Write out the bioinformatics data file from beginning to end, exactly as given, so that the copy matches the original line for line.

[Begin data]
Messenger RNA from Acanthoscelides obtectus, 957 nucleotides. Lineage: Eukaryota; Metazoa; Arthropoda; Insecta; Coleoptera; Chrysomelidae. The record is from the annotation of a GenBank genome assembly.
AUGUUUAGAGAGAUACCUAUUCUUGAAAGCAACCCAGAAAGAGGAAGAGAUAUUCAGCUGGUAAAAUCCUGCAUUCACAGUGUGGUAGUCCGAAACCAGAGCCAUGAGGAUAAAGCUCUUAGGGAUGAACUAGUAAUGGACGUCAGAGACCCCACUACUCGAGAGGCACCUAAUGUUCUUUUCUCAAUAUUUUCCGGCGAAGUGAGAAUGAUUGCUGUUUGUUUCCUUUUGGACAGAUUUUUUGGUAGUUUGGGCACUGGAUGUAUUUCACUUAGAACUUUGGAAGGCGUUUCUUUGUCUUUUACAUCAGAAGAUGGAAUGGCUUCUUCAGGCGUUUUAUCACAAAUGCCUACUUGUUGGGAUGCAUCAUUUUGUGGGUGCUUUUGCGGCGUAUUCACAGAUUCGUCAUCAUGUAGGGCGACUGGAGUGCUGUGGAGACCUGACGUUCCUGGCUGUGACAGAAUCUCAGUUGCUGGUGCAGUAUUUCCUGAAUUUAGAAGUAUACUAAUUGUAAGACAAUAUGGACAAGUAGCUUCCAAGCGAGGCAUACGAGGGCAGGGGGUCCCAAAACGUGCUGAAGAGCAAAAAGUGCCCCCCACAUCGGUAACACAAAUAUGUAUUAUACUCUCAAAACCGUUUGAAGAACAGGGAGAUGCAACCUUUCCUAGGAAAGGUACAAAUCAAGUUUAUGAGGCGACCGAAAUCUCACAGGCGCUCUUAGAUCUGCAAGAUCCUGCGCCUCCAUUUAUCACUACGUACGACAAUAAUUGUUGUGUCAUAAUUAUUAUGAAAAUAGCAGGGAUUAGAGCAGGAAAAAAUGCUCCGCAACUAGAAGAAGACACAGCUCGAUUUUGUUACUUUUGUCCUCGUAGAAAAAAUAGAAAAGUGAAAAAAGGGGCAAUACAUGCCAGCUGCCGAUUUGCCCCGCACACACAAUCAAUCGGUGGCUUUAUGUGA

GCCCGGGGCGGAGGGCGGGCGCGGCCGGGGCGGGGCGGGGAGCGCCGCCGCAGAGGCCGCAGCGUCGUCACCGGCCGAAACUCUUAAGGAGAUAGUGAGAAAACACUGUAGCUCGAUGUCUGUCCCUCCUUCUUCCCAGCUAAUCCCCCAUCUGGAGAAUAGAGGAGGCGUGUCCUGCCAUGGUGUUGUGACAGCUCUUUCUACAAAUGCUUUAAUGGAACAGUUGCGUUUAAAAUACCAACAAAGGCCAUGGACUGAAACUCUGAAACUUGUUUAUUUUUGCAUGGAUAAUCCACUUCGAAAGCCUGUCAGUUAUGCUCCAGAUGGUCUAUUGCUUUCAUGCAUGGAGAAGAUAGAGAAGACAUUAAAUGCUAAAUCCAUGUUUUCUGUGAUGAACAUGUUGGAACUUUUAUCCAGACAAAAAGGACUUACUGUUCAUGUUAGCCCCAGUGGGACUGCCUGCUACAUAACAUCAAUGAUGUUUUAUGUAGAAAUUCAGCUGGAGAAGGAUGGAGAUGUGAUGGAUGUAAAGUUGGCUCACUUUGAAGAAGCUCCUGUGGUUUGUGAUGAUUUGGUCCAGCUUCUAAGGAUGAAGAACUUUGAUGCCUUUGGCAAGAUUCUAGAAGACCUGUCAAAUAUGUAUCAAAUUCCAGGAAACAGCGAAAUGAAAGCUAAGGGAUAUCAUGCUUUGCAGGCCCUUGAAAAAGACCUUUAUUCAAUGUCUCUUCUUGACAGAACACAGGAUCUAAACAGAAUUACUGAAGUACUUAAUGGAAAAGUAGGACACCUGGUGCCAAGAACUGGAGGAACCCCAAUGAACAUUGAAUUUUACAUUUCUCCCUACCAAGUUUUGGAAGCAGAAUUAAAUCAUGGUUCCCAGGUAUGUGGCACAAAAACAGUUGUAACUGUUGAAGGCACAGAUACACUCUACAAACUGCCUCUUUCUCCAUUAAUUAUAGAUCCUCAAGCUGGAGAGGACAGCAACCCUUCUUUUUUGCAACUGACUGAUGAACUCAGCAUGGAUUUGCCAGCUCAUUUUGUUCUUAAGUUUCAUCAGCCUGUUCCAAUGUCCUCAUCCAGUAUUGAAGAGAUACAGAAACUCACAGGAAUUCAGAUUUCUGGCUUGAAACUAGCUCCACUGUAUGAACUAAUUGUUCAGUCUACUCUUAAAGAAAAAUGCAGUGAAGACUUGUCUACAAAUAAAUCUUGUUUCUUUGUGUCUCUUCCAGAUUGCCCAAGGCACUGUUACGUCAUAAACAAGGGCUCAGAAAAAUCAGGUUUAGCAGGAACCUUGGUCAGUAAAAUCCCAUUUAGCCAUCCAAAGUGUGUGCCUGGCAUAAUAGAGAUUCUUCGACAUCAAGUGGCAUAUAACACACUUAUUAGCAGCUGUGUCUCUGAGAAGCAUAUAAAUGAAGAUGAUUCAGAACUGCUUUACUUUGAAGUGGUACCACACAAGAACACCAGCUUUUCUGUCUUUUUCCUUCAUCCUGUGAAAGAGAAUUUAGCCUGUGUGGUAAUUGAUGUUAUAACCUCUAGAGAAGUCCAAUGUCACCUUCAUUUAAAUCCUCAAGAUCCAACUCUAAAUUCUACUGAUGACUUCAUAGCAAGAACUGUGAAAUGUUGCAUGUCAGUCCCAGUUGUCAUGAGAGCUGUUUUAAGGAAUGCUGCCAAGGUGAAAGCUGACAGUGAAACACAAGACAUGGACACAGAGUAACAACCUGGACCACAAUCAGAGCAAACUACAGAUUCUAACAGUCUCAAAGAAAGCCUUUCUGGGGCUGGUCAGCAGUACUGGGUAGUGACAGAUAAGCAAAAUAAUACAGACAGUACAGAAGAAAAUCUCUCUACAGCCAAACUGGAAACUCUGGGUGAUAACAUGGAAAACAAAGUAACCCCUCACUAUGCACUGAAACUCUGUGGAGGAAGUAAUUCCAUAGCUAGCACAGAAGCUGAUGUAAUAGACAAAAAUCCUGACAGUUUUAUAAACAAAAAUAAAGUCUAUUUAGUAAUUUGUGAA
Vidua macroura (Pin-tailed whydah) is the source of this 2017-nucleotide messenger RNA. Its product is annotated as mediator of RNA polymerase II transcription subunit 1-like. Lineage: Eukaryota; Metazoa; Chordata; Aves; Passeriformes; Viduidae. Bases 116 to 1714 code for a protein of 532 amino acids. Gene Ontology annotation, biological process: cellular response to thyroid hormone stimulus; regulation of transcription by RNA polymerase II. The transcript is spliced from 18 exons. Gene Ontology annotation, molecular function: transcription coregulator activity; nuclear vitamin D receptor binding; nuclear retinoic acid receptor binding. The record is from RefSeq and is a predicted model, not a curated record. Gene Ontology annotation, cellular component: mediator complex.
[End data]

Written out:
Messenger RNA from Acanthoscelides obtectus, 957 nucleotides. Lineage: Eukaryota; Metazoa; Arthropoda; Insecta; Coleoptera; Chrysomelidae. The record is from the annotation of a GenBank genome assembly.
AUGUUUAGAGAGAUACCUAUUCUUGAAAGCAACCCAGAAAGAGGAAGAGAUAUUCAGCUGGUAAAAUCCUGCAUUCACAGUGUGGUAGUCCGAAACCAGAGCCAUGAGGAUAAAGCUCUUAGGGAUGAACUAGUAAUGGACGUCAGAGACCCCACUACUCGAGAGGCACCUAAUGUUCUUUUCUCAAUAUUUUCCGGCGAAGUGAGAAUGAUUGCUGUUUGUUUCCUUUUGGACAGAUUUUUUGGUAGUUUGGGCACUGGAUGUAUUUCACUUAGAACUUUGGAAGGCGUUUCUUUGUCUUUUACAUCAGAAGAUGGAAUGGCUUCUUCAGGCGUUUUAUCACAAAUGCCUACUUGUUGGGAUGCAUCAUUUUGUGGGUGCUUUUGCGGCGUAUUCACAGAUUCGUCAUCAUGUAGGGCGACUGGAGUGCUGUGGAGACCUGACGUUCCUGGCUGUGACAGAAUCUCAGUUGCUGGUGCAGUAUUUCCUGAAUUUAGAAGUAUACUAAUUGUAAGACAAUAUGGACAAGUAGCUUCCAAGCGAGGCAUACGAGGGCAGGGGGUCCCAAAACGUGCUGAAGAGCAAAAAGUGCCCCCCACAUCGGUAACACAAAUAUGUAUUAUACUCUCAAAACCGUUUGAAGAACAGGGAGAUGCAACCUUUCCUAGGAAAGGUACAAAUCAAGUUUAUGAGGCGACCGAAAUCUCACAGGCGCUCUUAGAUCUGCAAGAUCCUGCGCCUCCAUUUAUCACUACGUACGACAAUAAUUGUUGUGUCAUAAUUAUUAUGAAAAUAGCAGGGAUUAGAGCAGGAAAAAAUGCUCCGCAACUAGAAGAAGACACAGCUCGAUUUUGUUACUUUUGUCCUCGUAGAAAAAAUAGAAAAGUGAAAAAAGGGGCAAUACAUGCCAGCUGCCGAUUUGCCCCGCACACACAAUCAAUCGGUGGCUUUAUGUGA

GCCCGGGGCGGAGGGCGGGCGCGGCCGGGGCGGGGCGGGGAGCGCCGCCGCAGAGGCCGCAGCGUCGUCACCGGCCGAAACUCUUAAGGAGAUAGUGAGAAAACACUGUAGCUCGAUGUCUGUCCCUCCUUCUUCCCAGCUAAUCCCCCAUCUGGAGAAUAGAGGAGGCGUGUCCUGCCAUGGUGUUGUGACAGCUCUUUCUACAAAUGCUUUAAUGGAACAGUUGCGUUUAAAAUACCAACAAAGGCCAUGGACUGAAACUCUGAAACUUGUUUAUUUUUGCAUGGAUAAUCCACUUCGAAAGCCUGUCAGUUAUGCUCCAGAUGGUCUAUUGCUUUCAUGCAUGGAGAAGAUAGAGAAGACAUUAAAUGCUAAAUCCAUGUUUUCUGUGAUGAACAUGUUGGAACUUUUAUCCAGACAAAAAGGACUUACUGUUCAUGUUAGCCCCAGUGGGACUGCCUGCUACAUAACAUCAAUGAUGUUUUAUGUAGAAAUUCAGCUGGAGAAGGAUGGAGAUGUGAUGGAUGUAAAGUUGGCUCACUUUGAAGAAGCUCCUGUGGUUUGUGAUGAUUUGGUCCAGCUUCUAAGGAUGAAGAACUUUGAUGCCUUUGGCAAGAUUCUAGAAGACCUGUCAAAUAUGUAUCAAAUUCCAGGAAACAGCGAAAUGAAAGCUAAGGGAUAUCAUGCUUUGCAGGCCCUUGAAAAAGACCUUUAUUCAAUGUCUCUUCUUGACAGAACACAGGAUCUAAACAGAAUUACUGAAGUACUUAAUGGAAAAGUAGGACACCUGGUGCCAAGAACUGGAGGAACCCCAAUGAACAUUGAAUUUUACAUUUCUCCCUACCAAGUUUUGGAAGCAGAAUUAAAUCAUGGUUCCCAGGUAUGUGGCACAAAAACAGUUGUAACUGUUGAAGGCACAGAUACACUCUACAAACUGCCUCUUUCUCCAUUAAUUAUAGAUCCUCAAGCUGGAGAGGACAGCAACCCUUCUUUUUUGCAACUGACUGAUGAACUCAGCAUGGAUUUGCCAGCUCAUUUUGUUCUUAAGUUUCAUCAGCCUGUUCCAAUGUCCUCAUCCAGUAUUGAAGAGAUACAGAAACUCACAGGAAUUCAGAUUUCUGGCUUGAAACUAGCUCCACUGUAUGAACUAAUUGUUCAGUCUACUCUUAAAGAAAAAUGCAGUGAAGACUUGUCUACAAAUAAAUCUUGUUUCUUUGUGUCUCUUCCAGAUUGCCCAAGGCACUGUUACGUCAUAAACAAGGGCUCAGAAAAAUCAGGUUUAGCAGGAACCUUGGUCAGUAAAAUCCCAUUUAGCCAUCCAAAGUGUGUGCCUGGCAUAAUAGAGAUUCUUCGACAUCAAGUGGCAUAUAACACACUUAUUAGCAGCUGUGUCUCUGAGAAGCAUAUAAAUGAAGAUGAUUCAGAACUGCUUUACUUUGAAGUGGUACCACACAAGAACACCAGCUUUUCUGUCUUUUUCCUUCAUCCUGUGAAAGAGAAUUUAGCCUGUGUGGUAAUUGAUGUUAUAACCUCUAGAGAAGUCCAAUGUCACCUUCAUUUAAAUCCUCAAGAUCCAACUCUAAAUUCUACUGAUGACUUCAUAGCAAGAACUGUGAAAUGUUGCAUGUCAGUCCCAGUUGUCAUGAGAGCUGUUUUAAGGAAUGCUGCCAAGGUGAAAGCUGACAGUGAAACACAAGACAUGGACACAGAGUAACAACCUGGACCACAAUCAGAGCAAACUACAGAUUCUAACAGUCUCAAAGAAAGCCUUUCUGGGGCUGGUCAGCAGUACUGGGUAGUGACAGAUAAGCAAAAUAAUACAGACAGUACAGAAGAAAAUCUCUCUACAGCCAAACUGGAAACUCUGGGUGAUAACAUGGAAAACAAAGUAACCCCUCACUAUGCACUGAAACUCUGUGGAGGAAGUAAUUCCAUAGCUAGCACAGAAGCUGAUGUAAUAGACAAAAAUCCUGACAGUUUUAUAAACAAAAAUAAAGUCUAUUUAGUAAUUUGUGAA
Vidua macroura (Pin-tailed whydah) is the source of this 2017-nucleotide messenger RNA. Its product is annotated as mediator of RNA polymerase II transcription subunit 1-like. Lineage: Eukaryota; Metazoa; Chordata; Aves; Passeriformes; Viduidae. Bases 116 to 1714 code for a protein of 532 amino acids. Gene Ontology annotation, biological process: cellular response to thyroid hormone stimulus; regulation of transcription by RNA polymerase II. The transcript is spliced from 18 exons. Gene Ontology annotation, molecular function: transcription coregulator activity; nuclear vitamin D receptor binding; nuclear retinoic acid receptor binding. The record is from RefSeq and is a predicted model, not a curated record. Gene Ontology annotation, cellular component: mediator complex.